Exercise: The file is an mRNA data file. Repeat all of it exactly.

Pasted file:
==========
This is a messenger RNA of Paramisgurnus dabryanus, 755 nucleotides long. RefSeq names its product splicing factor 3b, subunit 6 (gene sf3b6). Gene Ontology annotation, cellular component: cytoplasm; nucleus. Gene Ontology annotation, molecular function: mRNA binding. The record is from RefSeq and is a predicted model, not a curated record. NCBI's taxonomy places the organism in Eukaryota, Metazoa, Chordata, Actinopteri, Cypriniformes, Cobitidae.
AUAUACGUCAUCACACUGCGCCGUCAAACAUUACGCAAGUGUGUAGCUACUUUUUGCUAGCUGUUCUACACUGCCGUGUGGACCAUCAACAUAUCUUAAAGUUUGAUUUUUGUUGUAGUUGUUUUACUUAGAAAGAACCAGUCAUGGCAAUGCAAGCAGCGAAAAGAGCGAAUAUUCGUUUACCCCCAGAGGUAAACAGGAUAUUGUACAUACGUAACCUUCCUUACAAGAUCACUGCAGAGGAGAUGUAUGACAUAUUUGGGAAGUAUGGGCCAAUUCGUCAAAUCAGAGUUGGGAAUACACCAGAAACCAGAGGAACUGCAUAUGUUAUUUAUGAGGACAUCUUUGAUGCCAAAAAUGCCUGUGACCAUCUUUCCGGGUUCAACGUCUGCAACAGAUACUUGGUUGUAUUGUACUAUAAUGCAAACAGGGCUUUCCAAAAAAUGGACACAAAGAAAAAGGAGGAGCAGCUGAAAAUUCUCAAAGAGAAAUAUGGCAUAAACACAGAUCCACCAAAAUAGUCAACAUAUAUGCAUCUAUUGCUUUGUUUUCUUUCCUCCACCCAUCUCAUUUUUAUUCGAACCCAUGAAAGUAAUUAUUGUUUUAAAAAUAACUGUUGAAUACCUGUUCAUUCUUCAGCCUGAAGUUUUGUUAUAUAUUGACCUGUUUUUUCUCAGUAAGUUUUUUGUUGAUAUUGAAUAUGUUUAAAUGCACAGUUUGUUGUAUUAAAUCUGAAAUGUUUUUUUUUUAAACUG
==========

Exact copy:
This is a messenger RNA of Paramisgurnus dabryanus, 755 nucleotides long. RefSeq names its product splicing factor 3b, subunit 6 (gene sf3b6). Gene Ontology annotation, cellular component: cytoplasm; nucleus. Gene Ontology annotation, molecular function: mRNA binding. The record is from RefSeq and is a predicted model, not a curated record. NCBI's taxonomy places the organism in Eukaryota, Metazoa, Chordata, Actinopteri, Cypriniformes, Cobitidae.
AUAUACGUCAUCACACUGCGCCGUCAAACAUUACGCAAGUGUGUAGCUACUUUUUGCUAGCUGUUCUACACUGCCGUGUGGACCAUCAACAUAUCUUAAAGUUUGAUUUUUGUUGUAGUUGUUUUACUUAGAAAGAACCAGUCAUGGCAAUGCAAGCAGCGAAAAGAGCGAAUAUUCGUUUACCCCCAGAGGUAAACAGGAUAUUGUACAUACGUAACCUUCCUUACAAGAUCACUGCAGAGGAGAUGUAUGACAUAUUUGGGAAGUAUGGGCCAAUUCGUCAAAUCAGAGUUGGGAAUACACCAGAAACCAGAGGAACUGCAUAUGUUAUUUAUGAGGACAUCUUUGAUGCCAAAAAUGCCUGUGACCAUCUUUCCGGGUUCAACGUCUGCAACAGAUACUUGGUUGUAUUGUACUAUAAUGCAAACAGGGCUUUCCAAAAAAUGGACACAAAGAAAAAGGAGGAGCAGCUGAAAAUUCUCAAAGAGAAAUAUGGCAUAAACACAGAUCCACCAAAAUAGUCAACAUAUAUGCAUCUAUUGCUUUGUUUUCUUUCCUCCACCCAUCUCAUUUUUAUUCGAACCCAUGAAAGUAAUUAUUGUUUUAAAAAUAACUGUUGAAUACCUGUUCAUUCUUCAGCCUGAAGUUUUGUUAUAUAUUGACCUGUUUUUUCUCAGUAAGUUUUUUGUUGAUAUUGAAUAUGUUUAAAUGCACAGUUUGUUGUAUUAAAUCUGAAAUGUUUUUUUUUUAAACUG